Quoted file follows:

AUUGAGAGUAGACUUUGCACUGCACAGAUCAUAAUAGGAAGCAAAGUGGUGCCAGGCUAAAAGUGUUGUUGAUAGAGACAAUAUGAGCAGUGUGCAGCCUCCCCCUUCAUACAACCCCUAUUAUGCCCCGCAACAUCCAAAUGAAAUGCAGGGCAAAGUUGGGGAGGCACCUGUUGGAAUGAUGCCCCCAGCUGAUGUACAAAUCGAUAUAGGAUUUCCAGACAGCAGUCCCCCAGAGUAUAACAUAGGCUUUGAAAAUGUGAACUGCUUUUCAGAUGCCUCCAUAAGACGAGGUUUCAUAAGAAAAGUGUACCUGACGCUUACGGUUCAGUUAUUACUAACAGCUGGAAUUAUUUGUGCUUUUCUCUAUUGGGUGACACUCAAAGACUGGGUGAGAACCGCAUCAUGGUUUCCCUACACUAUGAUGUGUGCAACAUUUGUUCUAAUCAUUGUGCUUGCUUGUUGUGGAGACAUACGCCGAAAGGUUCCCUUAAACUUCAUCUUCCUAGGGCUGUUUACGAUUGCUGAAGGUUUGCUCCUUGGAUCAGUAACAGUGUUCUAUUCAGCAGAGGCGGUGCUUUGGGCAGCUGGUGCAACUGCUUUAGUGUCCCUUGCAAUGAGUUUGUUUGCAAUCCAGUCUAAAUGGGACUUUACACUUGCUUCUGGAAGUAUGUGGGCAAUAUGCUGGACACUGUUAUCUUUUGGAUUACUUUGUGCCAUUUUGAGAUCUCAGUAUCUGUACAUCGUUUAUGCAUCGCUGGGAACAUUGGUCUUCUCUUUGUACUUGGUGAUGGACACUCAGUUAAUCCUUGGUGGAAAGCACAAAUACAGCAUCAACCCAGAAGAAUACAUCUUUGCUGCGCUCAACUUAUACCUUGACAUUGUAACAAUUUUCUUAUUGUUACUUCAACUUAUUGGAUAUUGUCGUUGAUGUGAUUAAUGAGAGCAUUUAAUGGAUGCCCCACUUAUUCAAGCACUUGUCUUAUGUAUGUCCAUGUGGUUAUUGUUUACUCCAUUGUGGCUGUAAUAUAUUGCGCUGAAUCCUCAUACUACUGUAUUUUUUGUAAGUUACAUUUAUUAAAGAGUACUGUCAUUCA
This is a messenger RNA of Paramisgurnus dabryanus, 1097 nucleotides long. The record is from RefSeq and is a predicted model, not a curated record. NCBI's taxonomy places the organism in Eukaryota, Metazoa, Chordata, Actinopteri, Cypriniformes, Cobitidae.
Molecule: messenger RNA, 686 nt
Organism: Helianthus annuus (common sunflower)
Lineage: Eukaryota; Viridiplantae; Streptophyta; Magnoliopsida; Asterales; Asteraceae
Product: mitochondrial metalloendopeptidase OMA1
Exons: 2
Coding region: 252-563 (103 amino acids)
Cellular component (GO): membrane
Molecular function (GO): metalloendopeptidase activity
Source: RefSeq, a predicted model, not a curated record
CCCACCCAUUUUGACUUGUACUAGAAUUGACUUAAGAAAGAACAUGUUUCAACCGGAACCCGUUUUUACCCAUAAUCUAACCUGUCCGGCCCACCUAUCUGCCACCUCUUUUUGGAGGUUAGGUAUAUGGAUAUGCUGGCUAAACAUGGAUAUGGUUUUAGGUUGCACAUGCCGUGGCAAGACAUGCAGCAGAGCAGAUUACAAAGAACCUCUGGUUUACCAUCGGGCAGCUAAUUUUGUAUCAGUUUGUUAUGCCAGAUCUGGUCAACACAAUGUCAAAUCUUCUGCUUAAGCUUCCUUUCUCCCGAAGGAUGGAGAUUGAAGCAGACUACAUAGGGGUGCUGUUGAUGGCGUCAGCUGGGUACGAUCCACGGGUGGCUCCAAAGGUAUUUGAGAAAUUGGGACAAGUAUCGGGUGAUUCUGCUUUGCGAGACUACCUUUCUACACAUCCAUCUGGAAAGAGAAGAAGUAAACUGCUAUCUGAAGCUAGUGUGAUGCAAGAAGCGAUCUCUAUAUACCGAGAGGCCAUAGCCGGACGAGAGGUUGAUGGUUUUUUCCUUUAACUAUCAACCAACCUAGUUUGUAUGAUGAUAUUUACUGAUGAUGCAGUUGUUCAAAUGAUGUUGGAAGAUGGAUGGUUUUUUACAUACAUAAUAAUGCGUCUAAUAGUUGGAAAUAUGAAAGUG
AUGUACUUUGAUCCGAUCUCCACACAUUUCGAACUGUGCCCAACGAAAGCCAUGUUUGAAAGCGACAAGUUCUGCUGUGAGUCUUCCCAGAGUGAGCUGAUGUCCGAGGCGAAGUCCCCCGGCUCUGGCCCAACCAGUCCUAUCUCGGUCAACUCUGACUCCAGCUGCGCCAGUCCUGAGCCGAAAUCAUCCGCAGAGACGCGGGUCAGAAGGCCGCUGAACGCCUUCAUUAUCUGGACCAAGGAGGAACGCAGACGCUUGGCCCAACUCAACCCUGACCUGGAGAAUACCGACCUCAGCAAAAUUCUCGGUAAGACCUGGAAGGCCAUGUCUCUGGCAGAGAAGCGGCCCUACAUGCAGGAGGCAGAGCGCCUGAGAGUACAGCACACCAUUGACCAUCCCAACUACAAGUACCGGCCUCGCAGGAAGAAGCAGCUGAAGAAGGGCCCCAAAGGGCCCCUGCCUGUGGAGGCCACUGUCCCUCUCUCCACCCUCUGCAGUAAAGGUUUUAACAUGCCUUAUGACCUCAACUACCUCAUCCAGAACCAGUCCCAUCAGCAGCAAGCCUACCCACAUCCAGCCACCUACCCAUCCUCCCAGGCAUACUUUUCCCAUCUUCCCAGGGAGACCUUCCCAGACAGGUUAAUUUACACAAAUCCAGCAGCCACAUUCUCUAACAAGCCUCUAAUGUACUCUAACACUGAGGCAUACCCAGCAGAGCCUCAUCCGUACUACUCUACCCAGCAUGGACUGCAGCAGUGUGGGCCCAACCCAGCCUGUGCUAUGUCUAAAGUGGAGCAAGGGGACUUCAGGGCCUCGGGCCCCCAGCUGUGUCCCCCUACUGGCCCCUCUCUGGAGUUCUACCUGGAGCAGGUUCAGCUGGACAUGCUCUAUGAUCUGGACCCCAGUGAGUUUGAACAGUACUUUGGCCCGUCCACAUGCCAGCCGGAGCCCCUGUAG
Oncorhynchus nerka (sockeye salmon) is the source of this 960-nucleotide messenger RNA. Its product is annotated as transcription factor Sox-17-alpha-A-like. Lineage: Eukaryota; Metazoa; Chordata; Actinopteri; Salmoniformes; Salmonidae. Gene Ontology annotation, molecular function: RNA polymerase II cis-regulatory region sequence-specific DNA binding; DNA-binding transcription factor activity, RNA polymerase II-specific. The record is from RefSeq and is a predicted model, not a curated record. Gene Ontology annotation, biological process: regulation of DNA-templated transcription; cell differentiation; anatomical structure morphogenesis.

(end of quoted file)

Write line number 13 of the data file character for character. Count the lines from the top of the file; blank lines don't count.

AUGUACUUUGAUCCGAUCUCCACACAUUUCGAACUGUGCCCAACGAAAGCCAUGUUUGAAAGCGACAAGUUCUGCUGUGAGUCUUCCCAGAGUGAGCUGAUGUCCGAGGCGAAGUCCCCCGGCUCUGGCCCAACCAGUCCUAUCUCGGUCAACUCUGACUCCAGCUGCGCCAGUCCUGAGCCGAAAUCAUCCGCAGAGACGCGGGUCAGAAGGCCGCUGAACGCCUUCAUUAUCUGGACCAAGGAGGAACGCAGACGCUUGGCCCAACUCAACCCUGACCUGGAGAAUACCGACCUCAGCAAAAUUCUCGGUAAGACCUGGAAGGCCAUGUCUCUGGCAGAGAAGCGGCCCUACAUGCAGGAGGCAGAGCGCCUGAGAGUACAGCACACCAUUGACCAUCCCAACUACAAGUACCGGCCUCGCAGGAAGAAGCAGCUGAAGAAGGGCCCCAAAGGGCCCCUGCCUGUGGAGGCCACUGUCCCUCUCUCCACCCUCUGCAGUAAAGGUUUUAACAUGCCUUAUGACCUCAACUACCUCAUCCAGAACCAGUCCCAUCAGCAGCAAGCCUACCCACAUCCAGCCACCUACCCAUCCUCCCAGGCAUACUUUUCCCAUCUUCCCAGGGAGACCUUCCCAGACAGGUUAAUUUACACAAAUCCAGCAGCCACAUUCUCUAACAAGCCUCUAAUGUACUCUAACACUGAGGCAUACCCAGCAGAGCCUCAUCCGUACUACUCUACCCAGCAUGGACUGCAGCAGUGUGGGCCCAACCCAGCCUGUGCUAUGUCUAAAGUGGAGCAAGGGGACUUCAGGGCCUCGGGCCCCCAGCUGUGUCCCCCUACUGGCCCCUCUCUGGAGUUCUACCUGGAGCAGGUUCAGCUGGACAUGCUCUAUGAUCUGGACCCCAGUGAGUUUGAACAGUACUUUGGCCCGUCCACAUGCCAGCCGGAGCCCCUGUAG